Karen Burke, the coordinator of land initiatives for the Sisters of St. Joseph, said that her sisterhood was looking to make the switch at other facilities.

The town is really into getting into as much solar as possible, so this is a great untapped resource.”

– Billii Roberti

Baker said that if the PowerUP can bring together 10 different organizations, bulk pricing could bring the cost of solar panels down to $114,000 per building with 56 kilowatts of output. The initiative’s members were promised to save approximately $2,200 per year and a net savings of $212,000 in 25 years, according to Baker.

The time line for the PowerUP initiative would have the nonprofits and churches getting technical assessments by the end of July, having installation done in September and the systems up and running by October.

Billii Roberti, a member on the Town of Huntington’s Advisory Committee on Energy Efficiency, Renewables and Sustainability, said that Huntington should try to look to nonprofits to proliferate sustainable energy.

“[This initiative is] bringing in people who are otherwise unable to take advantage of solar, people who are disenfranchised in a sense,” Roberti said. “The town is really into getting into as much solar as possible, so this is a great untapped resource.”

Above, a battle scene shot at Benner’s Farm in East Setauket last summer.
Film showcased at SBU’s Staller Center for the Arts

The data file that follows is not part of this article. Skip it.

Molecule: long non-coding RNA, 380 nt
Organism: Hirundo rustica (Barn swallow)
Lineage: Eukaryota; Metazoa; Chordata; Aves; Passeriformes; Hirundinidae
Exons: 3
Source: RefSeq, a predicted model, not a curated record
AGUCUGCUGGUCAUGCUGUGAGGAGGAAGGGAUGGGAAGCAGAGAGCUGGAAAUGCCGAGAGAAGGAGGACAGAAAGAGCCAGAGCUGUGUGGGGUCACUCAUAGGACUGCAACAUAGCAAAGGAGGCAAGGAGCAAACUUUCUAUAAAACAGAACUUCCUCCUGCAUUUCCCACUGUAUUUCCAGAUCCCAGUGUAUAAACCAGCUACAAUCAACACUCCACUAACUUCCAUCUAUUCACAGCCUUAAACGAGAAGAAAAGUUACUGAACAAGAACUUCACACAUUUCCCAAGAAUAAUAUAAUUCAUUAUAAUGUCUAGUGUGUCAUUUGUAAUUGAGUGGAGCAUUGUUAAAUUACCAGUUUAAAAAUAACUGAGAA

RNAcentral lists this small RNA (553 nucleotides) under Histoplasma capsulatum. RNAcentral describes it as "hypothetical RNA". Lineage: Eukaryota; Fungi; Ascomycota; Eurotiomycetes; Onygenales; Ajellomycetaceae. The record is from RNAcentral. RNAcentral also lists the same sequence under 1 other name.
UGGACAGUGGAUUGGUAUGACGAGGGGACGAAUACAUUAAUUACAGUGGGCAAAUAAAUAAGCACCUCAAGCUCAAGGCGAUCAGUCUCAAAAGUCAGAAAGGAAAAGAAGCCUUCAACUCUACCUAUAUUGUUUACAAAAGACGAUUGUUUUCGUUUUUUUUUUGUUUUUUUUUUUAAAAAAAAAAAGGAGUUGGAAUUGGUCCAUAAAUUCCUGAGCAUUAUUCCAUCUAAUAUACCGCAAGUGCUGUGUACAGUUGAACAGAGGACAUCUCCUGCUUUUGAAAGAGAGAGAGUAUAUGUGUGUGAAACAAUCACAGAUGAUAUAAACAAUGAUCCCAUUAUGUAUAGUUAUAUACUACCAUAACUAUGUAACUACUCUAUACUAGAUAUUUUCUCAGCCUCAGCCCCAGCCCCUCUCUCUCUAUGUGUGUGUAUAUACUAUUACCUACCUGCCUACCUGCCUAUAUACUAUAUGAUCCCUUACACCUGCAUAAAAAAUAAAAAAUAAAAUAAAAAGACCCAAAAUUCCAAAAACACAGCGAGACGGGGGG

By Talia Amorosano

The wait is over. On Sunday, June 24, an integral piece of U.S. and Long Island history will be revisited in the geographic location where much of it actually took place. At 7 p.m., the Stony Brook University’s Staller Center for the Arts, 100 Nicolls Road, Stony Brook, will host the first major public screening of “One Life to Give,” a film about the friendship and lives of young American heroes Benjamin Tallmadge and Nathan Hale, whose actions would lead to the creation of a Revolutionary spy ring based on the North Shore of Long Island.

Presented in the Main Theater, doors will open at 6:45 p.m. After a message from publisher Leah Dunaief, a short behind-the-scenes documentary will be shown followed by the main film screening. After a message from the creators, the evening will conclude with a Q&A with the cast and crew. Admission to the event is free, courtesy of TBR News Media. No reservations are necessary.